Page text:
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The Codex Cospi it is one of the few "books»Aztecs of the world and is kept in the Library of the University of Bologna. A new research project will analyze in unprecedented detail the painting techniques and tools with which it was made.
There are very few pre-Columbian manuscripts in the world and the Codex Cospi is one of them. These days, this manuscript is being analyzed in the Library of the University of Bologna in collaboration with the Palazzo Poggi Museum (System of University Museums).
Find out the composition of the Codex Cospi colors
Using state-of-the-art non-invasive techniques, researchers will try to find out the composition of the bright colors with which the codex was embellished between the late 15th and early 16th centuries.
The Carisbo Foundation provided the funding (Art and Culture grant) to the Department of History, Cultures and Civilization of the University of Bologna. Thanks to this financing, these analyzes will be carried out using the MOLAB platform.
"We will use fluorescence and hyperspectral imaging techniques to map the distribution of compositional material (both organic and inorganic) on each page of the manuscript," explains Davide Domenici, professor at the University of Bologna and director of the project.
"The level of detail that these techniques are capable of providing is unprecedented and will shed new light on the pictorial and technological practices developed by pre-Columbian artists."
The Nahuano divinatory manuscript ("Aztec"), also known as Codex Cospi, represents a rare example of a pre-Columbian "book".
Very few of these "books" survived the centuries and survived the destructive madness of conquerors and evangelizing missionaries.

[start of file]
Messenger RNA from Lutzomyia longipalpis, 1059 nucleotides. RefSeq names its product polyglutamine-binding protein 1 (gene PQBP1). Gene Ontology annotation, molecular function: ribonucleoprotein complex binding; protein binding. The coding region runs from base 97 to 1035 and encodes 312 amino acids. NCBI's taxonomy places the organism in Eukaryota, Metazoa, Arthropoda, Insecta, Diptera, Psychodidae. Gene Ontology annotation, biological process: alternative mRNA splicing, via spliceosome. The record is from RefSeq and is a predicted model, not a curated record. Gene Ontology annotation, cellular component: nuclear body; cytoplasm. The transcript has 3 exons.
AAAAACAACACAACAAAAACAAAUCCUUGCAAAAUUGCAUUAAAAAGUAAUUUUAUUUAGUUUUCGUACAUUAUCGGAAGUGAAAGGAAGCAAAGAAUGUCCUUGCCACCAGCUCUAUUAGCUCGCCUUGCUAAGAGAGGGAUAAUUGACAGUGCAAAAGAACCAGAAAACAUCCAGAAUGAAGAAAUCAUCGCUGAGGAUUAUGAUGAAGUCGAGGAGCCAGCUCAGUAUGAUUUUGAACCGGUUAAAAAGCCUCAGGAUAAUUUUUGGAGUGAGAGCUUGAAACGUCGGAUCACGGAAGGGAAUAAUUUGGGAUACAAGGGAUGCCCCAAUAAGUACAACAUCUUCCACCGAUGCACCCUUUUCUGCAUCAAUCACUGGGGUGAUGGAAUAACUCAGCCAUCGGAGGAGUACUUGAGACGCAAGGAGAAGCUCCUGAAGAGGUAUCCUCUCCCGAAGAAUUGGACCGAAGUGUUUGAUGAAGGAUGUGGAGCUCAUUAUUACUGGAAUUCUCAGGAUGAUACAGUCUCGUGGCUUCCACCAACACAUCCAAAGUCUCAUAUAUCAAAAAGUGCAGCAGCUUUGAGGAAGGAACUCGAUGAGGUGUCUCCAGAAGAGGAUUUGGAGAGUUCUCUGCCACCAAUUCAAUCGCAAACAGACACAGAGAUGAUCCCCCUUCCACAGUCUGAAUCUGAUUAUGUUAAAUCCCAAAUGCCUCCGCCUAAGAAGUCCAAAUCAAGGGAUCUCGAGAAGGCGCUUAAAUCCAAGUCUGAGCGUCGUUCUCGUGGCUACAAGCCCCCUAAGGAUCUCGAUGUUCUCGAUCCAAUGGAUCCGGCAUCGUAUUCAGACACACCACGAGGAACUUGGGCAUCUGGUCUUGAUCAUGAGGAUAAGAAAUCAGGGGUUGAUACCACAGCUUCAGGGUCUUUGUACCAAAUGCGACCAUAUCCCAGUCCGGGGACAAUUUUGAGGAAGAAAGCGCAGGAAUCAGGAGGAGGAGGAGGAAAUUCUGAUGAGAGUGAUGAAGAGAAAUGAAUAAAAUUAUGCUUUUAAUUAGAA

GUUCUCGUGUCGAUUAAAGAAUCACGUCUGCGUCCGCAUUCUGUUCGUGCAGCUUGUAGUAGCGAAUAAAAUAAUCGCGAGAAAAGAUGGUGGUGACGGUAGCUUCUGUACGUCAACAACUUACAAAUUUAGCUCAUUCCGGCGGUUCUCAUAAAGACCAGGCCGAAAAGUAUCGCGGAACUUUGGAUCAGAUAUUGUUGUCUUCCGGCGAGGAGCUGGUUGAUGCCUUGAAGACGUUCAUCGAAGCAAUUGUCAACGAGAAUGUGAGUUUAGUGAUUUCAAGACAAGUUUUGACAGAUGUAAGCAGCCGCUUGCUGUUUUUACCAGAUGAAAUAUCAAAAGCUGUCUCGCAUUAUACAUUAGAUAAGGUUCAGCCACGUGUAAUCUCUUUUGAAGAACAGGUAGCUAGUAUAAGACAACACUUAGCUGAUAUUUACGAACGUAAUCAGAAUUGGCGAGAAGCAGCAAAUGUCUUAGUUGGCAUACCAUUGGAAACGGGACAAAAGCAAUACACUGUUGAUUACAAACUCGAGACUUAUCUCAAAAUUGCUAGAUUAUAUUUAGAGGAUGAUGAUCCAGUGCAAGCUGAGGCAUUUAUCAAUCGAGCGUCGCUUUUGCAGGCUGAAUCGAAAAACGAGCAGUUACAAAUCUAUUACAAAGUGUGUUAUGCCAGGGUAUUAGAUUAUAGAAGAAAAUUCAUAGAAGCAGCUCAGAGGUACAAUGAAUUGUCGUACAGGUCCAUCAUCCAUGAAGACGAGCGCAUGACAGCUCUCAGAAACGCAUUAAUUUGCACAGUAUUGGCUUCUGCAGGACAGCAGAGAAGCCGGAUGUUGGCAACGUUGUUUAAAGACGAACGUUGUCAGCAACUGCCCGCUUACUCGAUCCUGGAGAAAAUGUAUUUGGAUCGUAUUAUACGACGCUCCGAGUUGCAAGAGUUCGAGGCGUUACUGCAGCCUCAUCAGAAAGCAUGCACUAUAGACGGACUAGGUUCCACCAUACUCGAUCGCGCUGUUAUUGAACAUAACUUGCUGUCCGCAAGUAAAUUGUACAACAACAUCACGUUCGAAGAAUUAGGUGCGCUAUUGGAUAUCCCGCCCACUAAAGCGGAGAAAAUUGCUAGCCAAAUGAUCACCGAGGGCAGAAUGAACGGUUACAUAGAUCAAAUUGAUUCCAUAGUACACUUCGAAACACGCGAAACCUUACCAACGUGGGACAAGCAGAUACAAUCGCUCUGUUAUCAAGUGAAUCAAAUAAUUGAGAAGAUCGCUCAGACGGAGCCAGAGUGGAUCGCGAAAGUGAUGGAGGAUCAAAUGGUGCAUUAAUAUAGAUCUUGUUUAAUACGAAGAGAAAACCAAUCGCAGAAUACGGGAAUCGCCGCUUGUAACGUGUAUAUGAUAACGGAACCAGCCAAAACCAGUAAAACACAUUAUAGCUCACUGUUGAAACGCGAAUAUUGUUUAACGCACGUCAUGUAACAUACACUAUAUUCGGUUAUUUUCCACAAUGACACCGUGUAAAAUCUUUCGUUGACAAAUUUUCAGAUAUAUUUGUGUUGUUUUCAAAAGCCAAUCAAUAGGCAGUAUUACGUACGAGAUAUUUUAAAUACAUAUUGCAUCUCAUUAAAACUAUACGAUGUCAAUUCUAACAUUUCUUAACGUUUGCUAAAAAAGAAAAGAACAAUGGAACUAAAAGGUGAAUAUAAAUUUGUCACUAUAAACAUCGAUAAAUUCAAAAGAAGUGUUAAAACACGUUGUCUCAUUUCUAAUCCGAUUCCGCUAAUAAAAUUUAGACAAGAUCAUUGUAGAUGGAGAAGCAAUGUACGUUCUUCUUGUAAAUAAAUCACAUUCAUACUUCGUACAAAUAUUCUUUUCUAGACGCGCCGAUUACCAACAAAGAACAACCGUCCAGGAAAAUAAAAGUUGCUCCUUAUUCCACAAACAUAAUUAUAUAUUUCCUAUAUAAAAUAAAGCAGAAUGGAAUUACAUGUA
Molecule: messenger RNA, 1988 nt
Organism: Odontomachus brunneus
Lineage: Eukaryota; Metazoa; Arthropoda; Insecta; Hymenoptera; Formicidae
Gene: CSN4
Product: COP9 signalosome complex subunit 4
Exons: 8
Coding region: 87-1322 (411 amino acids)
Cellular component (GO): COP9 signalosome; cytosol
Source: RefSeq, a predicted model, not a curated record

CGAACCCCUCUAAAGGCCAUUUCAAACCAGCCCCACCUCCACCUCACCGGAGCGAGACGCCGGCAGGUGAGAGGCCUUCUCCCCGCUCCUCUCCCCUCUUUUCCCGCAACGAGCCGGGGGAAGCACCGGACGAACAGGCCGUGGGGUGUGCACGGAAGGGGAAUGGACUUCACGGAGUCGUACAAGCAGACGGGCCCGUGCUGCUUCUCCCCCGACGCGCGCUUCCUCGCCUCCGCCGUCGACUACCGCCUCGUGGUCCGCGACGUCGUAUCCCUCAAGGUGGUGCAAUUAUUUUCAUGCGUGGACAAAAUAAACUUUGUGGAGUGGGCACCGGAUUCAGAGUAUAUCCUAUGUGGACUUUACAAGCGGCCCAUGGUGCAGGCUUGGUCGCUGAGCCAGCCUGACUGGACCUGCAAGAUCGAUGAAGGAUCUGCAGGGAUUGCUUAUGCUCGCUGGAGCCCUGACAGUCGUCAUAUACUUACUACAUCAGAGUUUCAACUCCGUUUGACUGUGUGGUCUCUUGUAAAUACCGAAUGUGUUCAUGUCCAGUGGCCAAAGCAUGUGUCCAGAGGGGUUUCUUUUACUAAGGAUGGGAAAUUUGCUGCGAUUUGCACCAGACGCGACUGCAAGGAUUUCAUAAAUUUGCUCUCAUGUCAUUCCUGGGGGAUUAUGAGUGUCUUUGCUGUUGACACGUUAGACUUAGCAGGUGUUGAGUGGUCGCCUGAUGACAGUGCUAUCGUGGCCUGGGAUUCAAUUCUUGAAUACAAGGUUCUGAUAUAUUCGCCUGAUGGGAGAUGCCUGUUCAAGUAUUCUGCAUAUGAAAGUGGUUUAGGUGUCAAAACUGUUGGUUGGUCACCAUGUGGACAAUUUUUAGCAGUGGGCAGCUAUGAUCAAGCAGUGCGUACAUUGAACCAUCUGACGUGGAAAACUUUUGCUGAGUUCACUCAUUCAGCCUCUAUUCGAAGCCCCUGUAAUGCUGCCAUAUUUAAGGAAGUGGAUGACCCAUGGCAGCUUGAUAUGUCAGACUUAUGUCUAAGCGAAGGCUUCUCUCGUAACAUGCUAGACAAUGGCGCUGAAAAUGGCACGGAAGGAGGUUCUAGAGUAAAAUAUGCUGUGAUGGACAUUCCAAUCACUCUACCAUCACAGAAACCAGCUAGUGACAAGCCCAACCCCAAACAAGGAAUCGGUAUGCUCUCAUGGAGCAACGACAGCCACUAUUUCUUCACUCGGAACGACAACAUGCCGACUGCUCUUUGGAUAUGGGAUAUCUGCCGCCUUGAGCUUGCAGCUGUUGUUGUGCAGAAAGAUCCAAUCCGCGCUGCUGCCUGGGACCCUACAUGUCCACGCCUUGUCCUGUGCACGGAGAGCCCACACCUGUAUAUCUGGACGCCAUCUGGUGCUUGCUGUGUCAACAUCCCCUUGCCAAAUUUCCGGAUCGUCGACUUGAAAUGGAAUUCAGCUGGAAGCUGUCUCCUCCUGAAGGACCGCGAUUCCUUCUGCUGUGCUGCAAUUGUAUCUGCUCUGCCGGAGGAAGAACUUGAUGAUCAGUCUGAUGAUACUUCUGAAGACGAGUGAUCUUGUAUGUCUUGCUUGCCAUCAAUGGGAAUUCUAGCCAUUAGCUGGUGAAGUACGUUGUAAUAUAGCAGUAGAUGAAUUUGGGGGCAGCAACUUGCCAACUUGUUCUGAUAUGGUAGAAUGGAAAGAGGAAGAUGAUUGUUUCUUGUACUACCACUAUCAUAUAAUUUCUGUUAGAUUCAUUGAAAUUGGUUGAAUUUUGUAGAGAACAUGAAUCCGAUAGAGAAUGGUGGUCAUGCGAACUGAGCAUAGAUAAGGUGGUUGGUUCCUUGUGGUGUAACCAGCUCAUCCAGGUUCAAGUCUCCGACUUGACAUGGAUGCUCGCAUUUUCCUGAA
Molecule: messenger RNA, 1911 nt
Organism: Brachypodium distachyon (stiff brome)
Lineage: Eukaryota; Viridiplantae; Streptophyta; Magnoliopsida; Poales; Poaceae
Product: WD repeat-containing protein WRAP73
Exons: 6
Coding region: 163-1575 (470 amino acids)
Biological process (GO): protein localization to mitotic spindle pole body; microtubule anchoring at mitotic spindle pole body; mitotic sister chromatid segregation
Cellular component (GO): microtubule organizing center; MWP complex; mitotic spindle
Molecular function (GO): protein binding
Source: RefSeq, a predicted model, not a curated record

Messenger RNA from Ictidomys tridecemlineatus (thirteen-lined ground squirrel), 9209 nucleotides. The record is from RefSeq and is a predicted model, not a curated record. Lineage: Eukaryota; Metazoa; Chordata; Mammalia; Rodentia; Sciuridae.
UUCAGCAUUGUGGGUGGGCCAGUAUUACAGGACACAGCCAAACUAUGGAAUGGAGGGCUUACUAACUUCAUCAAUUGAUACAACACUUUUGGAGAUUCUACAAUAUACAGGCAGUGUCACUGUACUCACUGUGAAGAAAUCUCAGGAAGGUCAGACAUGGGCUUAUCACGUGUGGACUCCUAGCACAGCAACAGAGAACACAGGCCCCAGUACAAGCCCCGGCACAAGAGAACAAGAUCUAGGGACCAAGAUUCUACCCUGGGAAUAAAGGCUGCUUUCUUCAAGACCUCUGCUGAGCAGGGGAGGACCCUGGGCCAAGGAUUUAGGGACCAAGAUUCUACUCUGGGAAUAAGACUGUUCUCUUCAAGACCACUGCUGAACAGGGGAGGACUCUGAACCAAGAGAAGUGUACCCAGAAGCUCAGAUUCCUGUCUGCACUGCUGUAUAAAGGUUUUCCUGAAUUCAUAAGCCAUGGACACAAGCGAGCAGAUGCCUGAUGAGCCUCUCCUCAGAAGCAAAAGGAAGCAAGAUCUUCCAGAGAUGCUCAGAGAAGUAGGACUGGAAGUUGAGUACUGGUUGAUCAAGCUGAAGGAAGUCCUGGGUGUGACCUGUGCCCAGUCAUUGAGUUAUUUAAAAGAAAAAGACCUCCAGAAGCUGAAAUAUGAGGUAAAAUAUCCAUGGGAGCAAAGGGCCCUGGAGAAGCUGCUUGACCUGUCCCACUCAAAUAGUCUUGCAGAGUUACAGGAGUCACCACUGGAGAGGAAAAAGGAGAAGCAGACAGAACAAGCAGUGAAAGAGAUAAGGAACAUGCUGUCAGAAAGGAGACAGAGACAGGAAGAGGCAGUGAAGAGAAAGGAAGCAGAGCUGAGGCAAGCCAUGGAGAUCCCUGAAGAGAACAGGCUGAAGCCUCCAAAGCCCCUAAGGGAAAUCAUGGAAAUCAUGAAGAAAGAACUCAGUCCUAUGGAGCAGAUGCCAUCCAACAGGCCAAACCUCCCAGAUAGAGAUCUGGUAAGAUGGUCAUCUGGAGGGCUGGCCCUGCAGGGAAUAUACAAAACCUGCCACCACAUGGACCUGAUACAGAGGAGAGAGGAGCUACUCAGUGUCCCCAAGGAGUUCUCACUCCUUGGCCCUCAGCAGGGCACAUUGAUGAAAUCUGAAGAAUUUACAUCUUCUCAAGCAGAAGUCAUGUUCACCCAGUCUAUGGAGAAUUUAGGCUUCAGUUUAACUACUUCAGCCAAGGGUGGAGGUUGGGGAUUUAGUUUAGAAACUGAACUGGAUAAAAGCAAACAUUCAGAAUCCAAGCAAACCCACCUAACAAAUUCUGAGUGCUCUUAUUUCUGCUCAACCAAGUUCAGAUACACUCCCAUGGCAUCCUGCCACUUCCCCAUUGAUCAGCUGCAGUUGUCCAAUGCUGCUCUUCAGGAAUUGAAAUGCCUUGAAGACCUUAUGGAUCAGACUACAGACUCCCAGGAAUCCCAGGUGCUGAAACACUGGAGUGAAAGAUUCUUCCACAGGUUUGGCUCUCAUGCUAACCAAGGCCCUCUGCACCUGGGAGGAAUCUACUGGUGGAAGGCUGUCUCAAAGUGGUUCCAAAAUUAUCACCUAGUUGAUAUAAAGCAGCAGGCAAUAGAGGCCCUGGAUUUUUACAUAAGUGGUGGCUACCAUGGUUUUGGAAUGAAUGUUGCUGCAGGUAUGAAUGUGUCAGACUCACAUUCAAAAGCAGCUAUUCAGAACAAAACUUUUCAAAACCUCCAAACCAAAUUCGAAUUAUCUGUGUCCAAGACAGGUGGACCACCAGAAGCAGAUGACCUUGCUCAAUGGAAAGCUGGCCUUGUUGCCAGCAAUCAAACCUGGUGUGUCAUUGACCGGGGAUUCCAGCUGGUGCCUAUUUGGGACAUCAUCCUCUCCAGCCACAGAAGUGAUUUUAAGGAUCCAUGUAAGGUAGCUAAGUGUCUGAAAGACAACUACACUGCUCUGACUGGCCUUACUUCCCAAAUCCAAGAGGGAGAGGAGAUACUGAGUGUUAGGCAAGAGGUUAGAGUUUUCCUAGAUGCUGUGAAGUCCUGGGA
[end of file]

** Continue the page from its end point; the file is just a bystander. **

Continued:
For this reason, the Codex Cospi exemplifies an entire heritage of books largely condemned to oblivion.
The manuscript reached Bologna thanks to Sunday of Betanzos, Spanish Dominican friar, who probably brought the Codex to this city on the occasion of his meeting with Pope Clement VII on March 3, 1533.
Since then, this precious book has been kept in Bologna. , initially as part of the Ferdinando Cospi collection. Then, it entered the collection of the Academy of Sciences, and finally reached the University Library, where it found its definitive location.
In 2006 researchers carried out a first non-invasive analysis of the Codex, being a pioneering experiment with regard to pre-Columbian manuscripts.
From that first experience, the researchers involved (Davide Domenici, Antonio Sgamellotti, Costanza Miliani) began to analyze most of the pre-Columbian manuscripts existing around the world that are currently preserved in institutions such as the Museo de América in Madrid, the Museo British in London, the World Museum in Liverpool, the Bodleian Library in Oxford and the Vatican Apostolic Library.
15 years later, advances in technology have made it possible for researchers to use cutting-edge imaging techniques to better understand Aztec writing and drawing skills.
The MOLAB platform
This round of analysis on the Codex Cospi takes advantage of the MOLAB platform developed by E-RIHS.it, the Italian node of the European Infrastructure for Heritage Science.
This project involves a team of researchers from the Center of Excellence for Scientific Methodologies Applied to Archeology and Art (SMAArt) of the University of Perugia, the Institutes of Chemical Sciences and Technologies of the National Research Council "Giulio Natta" (SCITEC- CNR) and Heritage Sciences (ISPC-CNR) under the joint direction of Laura Carthechini (SCITEC-CNR) and Aldo Romani (SMAArt).
The research team will use a macro-XRF scanner. This tool uses X-rays to examine the elemental composition of the object under investigation.
Once the distribution of the chemical elements is known, it will be possible to identify the pigments that make up these elements.
In this way, the researchers will be able to recover the distribution of orpiment (a mineral pigment with an intense yellow color) by searching for the arsenic that composes it.
The Codex Cospi will also obtain hyperspectral images in the visible range. This method allows the study of how visible light is absorbed, reflected and emitted and through this, researchers can map the use of organic dyes like indigo, which was used together with specific clays in the production of the famous Maya Blue.